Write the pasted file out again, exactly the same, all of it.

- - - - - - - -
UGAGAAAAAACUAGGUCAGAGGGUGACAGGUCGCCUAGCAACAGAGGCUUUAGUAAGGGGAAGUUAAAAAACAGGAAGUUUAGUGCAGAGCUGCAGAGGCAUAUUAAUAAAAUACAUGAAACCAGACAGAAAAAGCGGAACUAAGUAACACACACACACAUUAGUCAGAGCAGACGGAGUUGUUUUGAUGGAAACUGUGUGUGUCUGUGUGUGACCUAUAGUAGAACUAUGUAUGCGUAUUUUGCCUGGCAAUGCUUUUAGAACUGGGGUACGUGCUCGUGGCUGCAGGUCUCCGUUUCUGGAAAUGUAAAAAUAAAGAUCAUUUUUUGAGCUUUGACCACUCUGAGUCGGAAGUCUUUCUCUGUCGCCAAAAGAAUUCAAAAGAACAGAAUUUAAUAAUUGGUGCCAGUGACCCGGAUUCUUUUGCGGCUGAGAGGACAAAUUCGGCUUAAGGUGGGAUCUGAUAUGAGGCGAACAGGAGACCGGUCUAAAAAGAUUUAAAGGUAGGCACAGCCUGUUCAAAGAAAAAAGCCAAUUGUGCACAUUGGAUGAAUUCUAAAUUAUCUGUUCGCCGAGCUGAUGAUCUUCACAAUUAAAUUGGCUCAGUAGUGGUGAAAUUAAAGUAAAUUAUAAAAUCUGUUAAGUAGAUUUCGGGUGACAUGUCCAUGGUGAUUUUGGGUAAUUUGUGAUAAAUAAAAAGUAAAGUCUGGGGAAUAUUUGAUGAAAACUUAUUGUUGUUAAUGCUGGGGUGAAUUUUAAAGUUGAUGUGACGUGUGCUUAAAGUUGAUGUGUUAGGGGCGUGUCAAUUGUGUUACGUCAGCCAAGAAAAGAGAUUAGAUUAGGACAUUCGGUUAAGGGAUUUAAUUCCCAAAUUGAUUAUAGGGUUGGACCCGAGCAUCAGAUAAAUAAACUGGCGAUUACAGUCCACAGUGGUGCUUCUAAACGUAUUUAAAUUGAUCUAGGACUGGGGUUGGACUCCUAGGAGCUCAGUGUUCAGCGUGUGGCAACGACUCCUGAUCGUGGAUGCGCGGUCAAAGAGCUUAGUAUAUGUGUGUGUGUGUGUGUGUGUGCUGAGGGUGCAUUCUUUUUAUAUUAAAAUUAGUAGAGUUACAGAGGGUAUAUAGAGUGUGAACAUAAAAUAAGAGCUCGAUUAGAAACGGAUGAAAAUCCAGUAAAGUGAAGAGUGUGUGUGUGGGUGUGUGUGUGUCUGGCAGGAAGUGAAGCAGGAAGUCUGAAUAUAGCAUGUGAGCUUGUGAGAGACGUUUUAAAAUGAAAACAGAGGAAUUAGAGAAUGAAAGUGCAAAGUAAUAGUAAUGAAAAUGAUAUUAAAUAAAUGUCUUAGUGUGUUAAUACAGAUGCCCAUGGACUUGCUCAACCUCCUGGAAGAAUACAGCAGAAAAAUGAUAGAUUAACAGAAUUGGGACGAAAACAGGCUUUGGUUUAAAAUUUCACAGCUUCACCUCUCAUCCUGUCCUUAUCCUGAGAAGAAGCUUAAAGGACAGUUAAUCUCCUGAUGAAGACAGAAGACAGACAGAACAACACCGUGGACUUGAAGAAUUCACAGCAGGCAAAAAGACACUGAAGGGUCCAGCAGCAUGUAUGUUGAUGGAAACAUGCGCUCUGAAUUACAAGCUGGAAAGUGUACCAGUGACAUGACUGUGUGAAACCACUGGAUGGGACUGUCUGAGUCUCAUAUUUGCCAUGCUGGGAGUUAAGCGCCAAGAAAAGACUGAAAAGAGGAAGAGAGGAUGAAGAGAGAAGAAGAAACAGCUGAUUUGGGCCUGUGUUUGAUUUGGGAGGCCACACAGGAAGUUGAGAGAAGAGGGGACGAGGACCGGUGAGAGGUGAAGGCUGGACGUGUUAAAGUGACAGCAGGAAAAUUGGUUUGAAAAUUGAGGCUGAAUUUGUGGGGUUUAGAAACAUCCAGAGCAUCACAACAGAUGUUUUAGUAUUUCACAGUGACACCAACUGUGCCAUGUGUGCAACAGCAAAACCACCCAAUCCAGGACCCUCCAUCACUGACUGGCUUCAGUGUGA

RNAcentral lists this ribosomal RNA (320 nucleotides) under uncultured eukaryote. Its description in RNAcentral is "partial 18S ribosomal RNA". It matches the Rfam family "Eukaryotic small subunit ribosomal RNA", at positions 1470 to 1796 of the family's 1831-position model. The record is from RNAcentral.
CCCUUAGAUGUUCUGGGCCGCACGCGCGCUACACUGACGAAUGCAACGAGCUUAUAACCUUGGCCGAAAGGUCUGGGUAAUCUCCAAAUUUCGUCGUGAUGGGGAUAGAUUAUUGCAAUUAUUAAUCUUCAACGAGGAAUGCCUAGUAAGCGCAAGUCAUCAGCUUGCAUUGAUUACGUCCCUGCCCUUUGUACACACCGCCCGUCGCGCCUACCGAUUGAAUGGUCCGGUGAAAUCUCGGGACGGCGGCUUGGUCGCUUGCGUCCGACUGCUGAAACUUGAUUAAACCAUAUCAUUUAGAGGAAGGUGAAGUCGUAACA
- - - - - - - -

UGAGAAAAAACUAGGUCAGAGGGUGACAGGUCGCCUAGCAACAGAGGCUUUAGUAAGGGGAAGUUAAAAAACAGGAAGUUUAGUGCAGAGCUGCAGAGGCAUAUUAAUAAAAUACAUGAAACCAGACAGAAAAAGCGGAACUAAGUAACACACACACACAUUAGUCAGAGCAGACGGAGUUGUUUUGAUGGAAACUGUGUGUGUCUGUGUGUGACCUAUAGUAGAACUAUGUAUGCGUAUUUUGCCUGGCAAUGCUUUUAGAACUGGGGUACGUGCUCGUGGCUGCAGGUCUCCGUUUCUGGAAAUGUAAAAAUAAAGAUCAUUUUUUGAGCUUUGACCACUCUGAGUCGGAAGUCUUUCUCUGUCGCCAAAAGAAUUCAAAAGAACAGAAUUUAAUAAUUGGUGCCAGUGACCCGGAUUCUUUUGCGGCUGAGAGGACAAAUUCGGCUUAAGGUGGGAUCUGAUAUGAGGCGAACAGGAGACCGGUCUAAAAAGAUUUAAAGGUAGGCACAGCCUGUUCAAAGAAAAAAGCCAAUUGUGCACAUUGGAUGAAUUCUAAAUUAUCUGUUCGCCGAGCUGAUGAUCUUCACAAUUAAAUUGGCUCAGUAGUGGUGAAAUUAAAGUAAAUUAUAAAAUCUGUUAAGUAGAUUUCGGGUGACAUGUCCAUGGUGAUUUUGGGUAAUUUGUGAUAAAUAAAAAGUAAAGUCUGGGGAAUAUUUGAUGAAAACUUAUUGUUGUUAAUGCUGGGGUGAAUUUUAAAGUUGAUGUGACGUGUGCUUAAAGUUGAUGUGUUAGGGGCGUGUCAAUUGUGUUACGUCAGCCAAGAAAAGAGAUUAGAUUAGGACAUUCGGUUAAGGGAUUUAAUUCCCAAAUUGAUUAUAGGGUUGGACCCGAGCAUCAGAUAAAUAAACUGGCGAUUACAGUCCACAGUGGUGCUUCUAAACGUAUUUAAAUUGAUCUAGGACUGGGGUUGGACUCCUAGGAGCUCAGUGUUCAGCGUGUGGCAACGACUCCUGAUCGUGGAUGCGCGGUCAAAGAGCUUAGUAUAUGUGUGUGUGUGUGUGUGUGUGCUGAGGGUGCAUUCUUUUUAUAUUAAAAUUAGUAGAGUUACAGAGGGUAUAUAGAGUGUGAACAUAAAAUAAGAGCUCGAUUAGAAACGGAUGAAAAUCCAGUAAAGUGAAGAGUGUGUGUGUGGGUGUGUGUGUGUCUGGCAGGAAGUGAAGCAGGAAGUCUGAAUAUAGCAUGUGAGCUUGUGAGAGACGUUUUAAAAUGAAAACAGAGGAAUUAGAGAAUGAAAGUGCAAAGUAAUAGUAAUGAAAAUGAUAUUAAAUAAAUGUCUUAGUGUGUUAAUACAGAUGCCCAUGGACUUGCUCAACCUCCUGGAAGAAUACAGCAGAAAAAUGAUAGAUUAACAGAAUUGGGACGAAAACAGGCUUUGGUUUAAAAUUUCACAGCUUCACCUCUCAUCCUGUCCUUAUCCUGAGAAGAAGCUUAAAGGACAGUUAAUCUCCUGAUGAAGACAGAAGACAGACAGAACAACACCGUGGACUUGAAGAAUUCACAGCAGGCAAAAAGACACUGAAGGGUCCAGCAGCAUGUAUGUUGAUGGAAACAUGCGCUCUGAAUUACAAGCUGGAAAGUGUACCAGUGACAUGACUGUGUGAAACCACUGGAUGGGACUGUCUGAGUCUCAUAUUUGCCAUGCUGGGAGUUAAGCGCCAAGAAAAGACUGAAAAGAGGAAGAGAGGAUGAAGAGAGAAGAAGAAACAGCUGAUUUGGGCCUGUGUUUGAUUUGGGAGGCCACACAGGAAGUUGAGAGAAGAGGGGACGAGGACCGGUGAGAGGUGAAGGCUGGACGUGUUAAAGUGACAGCAGGAAAAUUGGUUUGAAAAUUGAGGCUGAAUUUGUGGGGUUUAGAAACAUCCAGAGCAUCACAACAGAUGUUUUAGUAUUUCACAGUGACACCAACUGUGCCAUGUGUGCAACAGCAAAACCACCCAAUCCAGGACCCUCCAUCACUGACUGGCUUCAGUGUGA

RNAcentral lists this ribosomal RNA (320 nucleotides) under uncultured eukaryote. Its description in RNAcentral is "partial 18S ribosomal RNA". It matches the Rfam family "Eukaryotic small subunit ribosomal RNA", at positions 1470 to 1796 of the family's 1831-position model. The record is from RNAcentral.
CCCUUAGAUGUUCUGGGCCGCACGCGCGCUACACUGACGAAUGCAACGAGCUUAUAACCUUGGCCGAAAGGUCUGGGUAAUCUCCAAAUUUCGUCGUGAUGGGGAUAGAUUAUUGCAAUUAUUAAUCUUCAACGAGGAAUGCCUAGUAAGCGCAAGUCAUCAGCUUGCAUUGAUUACGUCCCUGCCCUUUGUACACACCGCCCGUCGCGCCUACCGAUUGAAUGGUCCGGUGAAAUCUCGGGACGGCGGCUUGGUCGCUUGCGUCCGACUGCUGAAACUUGAUUAAACCAUAUCAUUUAGAGGAAGGUGAAGUCGUAACA